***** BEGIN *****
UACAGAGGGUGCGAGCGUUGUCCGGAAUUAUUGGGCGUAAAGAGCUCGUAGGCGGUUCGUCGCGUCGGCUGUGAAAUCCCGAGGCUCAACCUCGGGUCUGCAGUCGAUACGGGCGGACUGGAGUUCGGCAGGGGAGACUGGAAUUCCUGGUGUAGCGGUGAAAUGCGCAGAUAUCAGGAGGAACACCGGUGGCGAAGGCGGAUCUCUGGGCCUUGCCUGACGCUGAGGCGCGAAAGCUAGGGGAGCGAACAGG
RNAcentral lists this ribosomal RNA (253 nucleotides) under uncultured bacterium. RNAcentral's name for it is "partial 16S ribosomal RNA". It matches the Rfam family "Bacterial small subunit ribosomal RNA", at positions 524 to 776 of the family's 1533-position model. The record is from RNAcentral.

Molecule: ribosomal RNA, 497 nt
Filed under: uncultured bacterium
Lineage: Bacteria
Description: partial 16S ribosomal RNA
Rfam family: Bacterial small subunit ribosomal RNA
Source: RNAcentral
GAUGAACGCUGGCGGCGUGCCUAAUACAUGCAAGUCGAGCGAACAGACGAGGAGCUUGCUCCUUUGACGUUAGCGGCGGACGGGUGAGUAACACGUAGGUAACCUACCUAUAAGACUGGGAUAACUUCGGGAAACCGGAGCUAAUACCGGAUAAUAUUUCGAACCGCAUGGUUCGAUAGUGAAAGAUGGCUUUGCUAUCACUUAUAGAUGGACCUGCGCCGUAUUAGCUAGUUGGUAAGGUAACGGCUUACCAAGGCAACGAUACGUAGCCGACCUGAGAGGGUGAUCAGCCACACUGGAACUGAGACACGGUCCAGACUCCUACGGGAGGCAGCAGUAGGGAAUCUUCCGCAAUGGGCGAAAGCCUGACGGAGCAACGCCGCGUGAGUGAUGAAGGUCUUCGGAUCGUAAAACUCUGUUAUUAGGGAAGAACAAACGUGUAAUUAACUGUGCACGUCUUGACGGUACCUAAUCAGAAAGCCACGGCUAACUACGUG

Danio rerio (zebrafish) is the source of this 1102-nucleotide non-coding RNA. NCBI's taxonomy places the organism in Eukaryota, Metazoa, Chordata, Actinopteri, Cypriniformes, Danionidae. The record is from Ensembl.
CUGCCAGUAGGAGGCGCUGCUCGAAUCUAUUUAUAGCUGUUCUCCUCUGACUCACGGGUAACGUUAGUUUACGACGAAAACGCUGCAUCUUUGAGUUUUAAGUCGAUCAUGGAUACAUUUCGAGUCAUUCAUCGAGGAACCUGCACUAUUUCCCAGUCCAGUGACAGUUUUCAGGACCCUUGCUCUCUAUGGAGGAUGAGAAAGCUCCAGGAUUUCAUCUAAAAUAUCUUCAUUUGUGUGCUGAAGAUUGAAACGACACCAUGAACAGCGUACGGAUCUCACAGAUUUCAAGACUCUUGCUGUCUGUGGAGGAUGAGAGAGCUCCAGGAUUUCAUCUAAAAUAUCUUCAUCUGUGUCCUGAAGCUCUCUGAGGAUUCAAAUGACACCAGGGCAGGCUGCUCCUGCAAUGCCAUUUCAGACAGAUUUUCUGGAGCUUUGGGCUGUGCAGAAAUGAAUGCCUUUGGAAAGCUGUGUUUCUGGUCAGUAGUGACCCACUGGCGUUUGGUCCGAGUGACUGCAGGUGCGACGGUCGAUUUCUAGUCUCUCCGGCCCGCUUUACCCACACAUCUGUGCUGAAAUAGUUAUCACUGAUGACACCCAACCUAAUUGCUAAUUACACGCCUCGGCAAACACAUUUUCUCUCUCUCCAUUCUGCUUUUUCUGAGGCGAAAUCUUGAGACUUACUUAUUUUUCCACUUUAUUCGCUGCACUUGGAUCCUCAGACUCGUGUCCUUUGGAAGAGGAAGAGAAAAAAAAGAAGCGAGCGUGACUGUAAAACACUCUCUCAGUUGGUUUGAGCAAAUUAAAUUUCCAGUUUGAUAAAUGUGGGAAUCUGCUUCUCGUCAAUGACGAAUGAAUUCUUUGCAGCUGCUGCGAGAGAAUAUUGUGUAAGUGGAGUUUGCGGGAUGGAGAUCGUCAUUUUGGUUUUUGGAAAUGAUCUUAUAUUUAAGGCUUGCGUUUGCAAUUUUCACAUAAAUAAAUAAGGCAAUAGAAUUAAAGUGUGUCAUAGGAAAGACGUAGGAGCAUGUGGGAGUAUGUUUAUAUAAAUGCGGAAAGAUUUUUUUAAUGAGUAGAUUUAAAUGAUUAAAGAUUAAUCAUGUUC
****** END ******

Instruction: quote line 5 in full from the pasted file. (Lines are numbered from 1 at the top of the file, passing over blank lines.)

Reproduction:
Lineage: Bacteria